In October 2018 the unemployment rate in the district was 2.2%.


Lake Constance shipping

In 1824 the first Lindau steamship , Max Joseph , was put into service, thus Lindau was connected to the shipping network, in 1835 the Lindau Steamboat AG was founded, which was later taken over by the Royal Bavarian State Railways. The district is directly connected to Austria, Switzerland and Baden-Württemberg through the Lake Constance ships.

Road traffic

The district is connected by highways with Munich and northern Germany as well as the western Lake Constance area and Austria .


The Lindau-Munich railway line , which for a long time formed the transport backbone of the district, was planned by the Bavarian State Railways from 1844 . In the course of this, the largest railway embankment in the world at that time was built near Röthenbach . The opening took place in 1853, so the district was connected to the Bavarian rail network, Bavaria was connected to the sea route to Switzerland. With the Lindau – Bludenz railway (1872), the district was also connected to Austria by rail. In 1874 the Lindau – Romanshorn railway line was set up. In the 1890s, a branch line to Wangen - Kißlegg was established in Hergatz together with the Württemberg State Railroad . Also Weiler im Allgäu was a branch line connected to the main line in 1897 in Röthenbach. This connection was financed by the community of Weiler itself (closed in 1960). It was not until 1899 that the Friedrichshafen – Lindau railway line closed the gap . In 1901, the Röthenbach-Lindenberg-Scheidegg local railway called Scheidegger Moosrutsche went into operation (closed in 1966).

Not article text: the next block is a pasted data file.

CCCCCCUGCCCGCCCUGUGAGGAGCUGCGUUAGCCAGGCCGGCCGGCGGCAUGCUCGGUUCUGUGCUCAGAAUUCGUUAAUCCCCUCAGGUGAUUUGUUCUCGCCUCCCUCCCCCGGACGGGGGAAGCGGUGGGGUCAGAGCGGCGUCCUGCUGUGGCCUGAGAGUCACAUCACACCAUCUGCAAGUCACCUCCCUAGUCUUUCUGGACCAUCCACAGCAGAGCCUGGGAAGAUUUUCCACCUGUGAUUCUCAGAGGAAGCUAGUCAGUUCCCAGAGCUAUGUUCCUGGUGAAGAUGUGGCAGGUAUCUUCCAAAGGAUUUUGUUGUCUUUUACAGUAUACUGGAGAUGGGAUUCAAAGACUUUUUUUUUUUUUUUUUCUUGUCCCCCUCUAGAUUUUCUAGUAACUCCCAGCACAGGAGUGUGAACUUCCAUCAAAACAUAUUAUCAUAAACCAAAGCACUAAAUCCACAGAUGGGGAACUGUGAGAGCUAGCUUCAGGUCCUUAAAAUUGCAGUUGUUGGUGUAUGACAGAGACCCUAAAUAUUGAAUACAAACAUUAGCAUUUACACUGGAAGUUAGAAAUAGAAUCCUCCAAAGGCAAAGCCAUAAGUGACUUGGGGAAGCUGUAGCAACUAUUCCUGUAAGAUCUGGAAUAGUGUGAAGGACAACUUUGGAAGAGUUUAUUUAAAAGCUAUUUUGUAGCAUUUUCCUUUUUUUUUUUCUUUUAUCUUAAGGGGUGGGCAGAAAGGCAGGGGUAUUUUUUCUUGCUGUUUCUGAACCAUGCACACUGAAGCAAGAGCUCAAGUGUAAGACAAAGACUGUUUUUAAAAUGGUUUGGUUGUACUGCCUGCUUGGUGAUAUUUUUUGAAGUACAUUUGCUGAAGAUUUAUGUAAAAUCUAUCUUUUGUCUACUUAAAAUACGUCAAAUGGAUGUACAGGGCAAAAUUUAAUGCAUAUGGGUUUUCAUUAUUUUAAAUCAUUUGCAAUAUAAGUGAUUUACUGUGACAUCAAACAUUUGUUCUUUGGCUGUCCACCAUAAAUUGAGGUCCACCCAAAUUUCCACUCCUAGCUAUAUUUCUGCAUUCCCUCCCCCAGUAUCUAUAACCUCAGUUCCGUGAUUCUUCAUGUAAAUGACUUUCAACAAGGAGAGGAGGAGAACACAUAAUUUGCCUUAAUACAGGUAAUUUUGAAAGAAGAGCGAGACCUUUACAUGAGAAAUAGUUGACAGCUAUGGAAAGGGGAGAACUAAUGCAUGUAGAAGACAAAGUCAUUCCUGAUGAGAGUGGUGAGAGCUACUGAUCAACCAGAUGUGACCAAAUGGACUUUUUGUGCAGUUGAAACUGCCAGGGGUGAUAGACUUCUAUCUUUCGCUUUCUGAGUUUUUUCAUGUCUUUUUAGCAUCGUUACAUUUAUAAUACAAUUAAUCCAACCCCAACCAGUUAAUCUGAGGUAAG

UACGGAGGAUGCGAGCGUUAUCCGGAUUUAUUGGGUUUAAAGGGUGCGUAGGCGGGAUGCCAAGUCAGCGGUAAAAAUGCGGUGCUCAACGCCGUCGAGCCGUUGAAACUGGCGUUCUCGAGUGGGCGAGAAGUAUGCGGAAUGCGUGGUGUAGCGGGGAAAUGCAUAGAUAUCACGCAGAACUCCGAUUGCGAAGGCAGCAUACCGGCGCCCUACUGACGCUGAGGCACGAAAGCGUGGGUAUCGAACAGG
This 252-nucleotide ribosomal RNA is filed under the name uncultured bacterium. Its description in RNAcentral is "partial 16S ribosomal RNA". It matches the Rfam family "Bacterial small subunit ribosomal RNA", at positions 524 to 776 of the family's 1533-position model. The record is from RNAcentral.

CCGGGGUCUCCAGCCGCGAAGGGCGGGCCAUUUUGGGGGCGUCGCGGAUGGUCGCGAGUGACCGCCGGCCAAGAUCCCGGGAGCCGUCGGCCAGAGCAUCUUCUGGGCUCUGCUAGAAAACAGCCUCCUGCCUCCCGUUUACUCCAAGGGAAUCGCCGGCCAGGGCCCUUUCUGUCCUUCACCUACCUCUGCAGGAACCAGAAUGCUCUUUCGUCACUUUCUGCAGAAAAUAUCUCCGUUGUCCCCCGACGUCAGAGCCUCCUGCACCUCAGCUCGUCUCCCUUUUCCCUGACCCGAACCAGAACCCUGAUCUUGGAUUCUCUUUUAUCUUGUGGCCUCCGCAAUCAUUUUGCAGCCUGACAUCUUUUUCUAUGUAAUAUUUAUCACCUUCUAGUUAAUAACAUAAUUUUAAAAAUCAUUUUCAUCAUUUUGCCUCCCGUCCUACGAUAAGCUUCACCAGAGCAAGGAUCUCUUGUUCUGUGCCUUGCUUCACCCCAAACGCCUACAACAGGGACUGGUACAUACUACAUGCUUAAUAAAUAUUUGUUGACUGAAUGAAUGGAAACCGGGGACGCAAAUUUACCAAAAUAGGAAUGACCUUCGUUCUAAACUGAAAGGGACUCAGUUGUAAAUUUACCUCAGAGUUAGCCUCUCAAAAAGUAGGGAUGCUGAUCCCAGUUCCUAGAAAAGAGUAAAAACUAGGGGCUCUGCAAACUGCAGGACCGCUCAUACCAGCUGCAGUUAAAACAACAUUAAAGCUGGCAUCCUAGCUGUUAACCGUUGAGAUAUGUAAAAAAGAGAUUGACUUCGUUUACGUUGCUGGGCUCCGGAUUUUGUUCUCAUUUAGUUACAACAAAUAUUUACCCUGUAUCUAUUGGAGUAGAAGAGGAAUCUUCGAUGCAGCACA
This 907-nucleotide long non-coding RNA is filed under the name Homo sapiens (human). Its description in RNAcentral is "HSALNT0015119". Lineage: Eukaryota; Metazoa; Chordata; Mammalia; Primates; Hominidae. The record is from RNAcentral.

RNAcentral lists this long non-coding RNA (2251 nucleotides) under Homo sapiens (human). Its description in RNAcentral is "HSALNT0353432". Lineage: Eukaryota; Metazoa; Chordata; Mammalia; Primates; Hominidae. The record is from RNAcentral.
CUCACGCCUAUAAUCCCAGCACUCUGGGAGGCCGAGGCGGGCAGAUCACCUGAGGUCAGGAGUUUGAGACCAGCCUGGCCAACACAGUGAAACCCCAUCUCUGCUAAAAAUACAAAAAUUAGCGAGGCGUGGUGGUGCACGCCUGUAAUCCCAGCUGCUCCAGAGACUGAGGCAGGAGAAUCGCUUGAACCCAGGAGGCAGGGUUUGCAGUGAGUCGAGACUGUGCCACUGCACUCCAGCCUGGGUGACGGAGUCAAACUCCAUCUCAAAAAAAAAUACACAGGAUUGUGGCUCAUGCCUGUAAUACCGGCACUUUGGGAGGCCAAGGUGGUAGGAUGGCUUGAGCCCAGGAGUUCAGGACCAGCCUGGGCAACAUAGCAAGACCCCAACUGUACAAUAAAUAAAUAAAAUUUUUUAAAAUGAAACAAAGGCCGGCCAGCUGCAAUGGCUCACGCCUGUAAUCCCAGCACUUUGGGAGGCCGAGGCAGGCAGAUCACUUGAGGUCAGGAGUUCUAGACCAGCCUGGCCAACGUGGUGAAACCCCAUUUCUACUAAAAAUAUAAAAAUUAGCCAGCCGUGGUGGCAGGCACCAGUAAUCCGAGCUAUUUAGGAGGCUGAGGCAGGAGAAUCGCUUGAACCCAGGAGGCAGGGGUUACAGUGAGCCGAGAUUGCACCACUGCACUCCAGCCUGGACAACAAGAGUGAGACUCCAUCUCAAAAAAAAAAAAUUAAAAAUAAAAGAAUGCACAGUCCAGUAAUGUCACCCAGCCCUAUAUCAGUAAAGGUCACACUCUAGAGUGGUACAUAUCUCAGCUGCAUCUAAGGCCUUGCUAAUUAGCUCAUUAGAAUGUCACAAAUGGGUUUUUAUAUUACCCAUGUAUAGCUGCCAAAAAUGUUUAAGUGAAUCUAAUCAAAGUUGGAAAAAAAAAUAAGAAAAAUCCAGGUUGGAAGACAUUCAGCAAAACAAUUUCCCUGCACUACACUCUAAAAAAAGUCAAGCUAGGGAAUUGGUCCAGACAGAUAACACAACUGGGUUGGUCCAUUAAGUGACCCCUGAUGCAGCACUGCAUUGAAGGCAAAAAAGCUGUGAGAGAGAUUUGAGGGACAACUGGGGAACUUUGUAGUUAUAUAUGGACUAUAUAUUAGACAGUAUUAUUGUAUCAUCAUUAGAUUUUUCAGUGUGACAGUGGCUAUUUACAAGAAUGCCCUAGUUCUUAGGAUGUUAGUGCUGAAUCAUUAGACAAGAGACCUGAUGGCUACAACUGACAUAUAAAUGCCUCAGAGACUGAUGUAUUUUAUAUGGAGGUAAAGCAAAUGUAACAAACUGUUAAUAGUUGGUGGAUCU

Transport network

The Lindau district has been part of the Bodensee-Oberschwaben Verkehrsverbund (bodo) since 2017 . The area of ​​this transport association also extends to the neighboring districts of Ravensburg and Bodenseekreis in Baden-Württemberg.


The district of Lindau is divided into 19 communities, of which 2 cities, 3 markets, 5 unitary communities and 3 administrative communities (with a total of 9 member communities).

(Residents on December 31, 2019)


  1. Lindau (Bodensee) , large district town (25,512)
  2. Lindenberg im Allgäu (11,525)


  1. Heimenkirch (3581)
  2. Scheidegg (4302)
  3. Weiler-Simmerberg (6325)

Administrative communities

  1. Argental based in Röthenbach (Allgäu)
    (municipalities Gestratz, Grünenbach, Maierhöfen and Röthenbach (Allgäu))
  2. Sigmarszell
    (municipalities of Hergensweiler, Sigmarszell and Weißensberg)
  3. Stiefenhofen
    (municipalities of Oberreute and Stiefenhofen)

Other communities

  1. Bodolz (3046)
  2. Gestratz (1283)
  3. Grünenbach (1510)
  4. Hergatz (2422)
  5. Hergensweiler (1893)
  6. Maierhöfen (1611)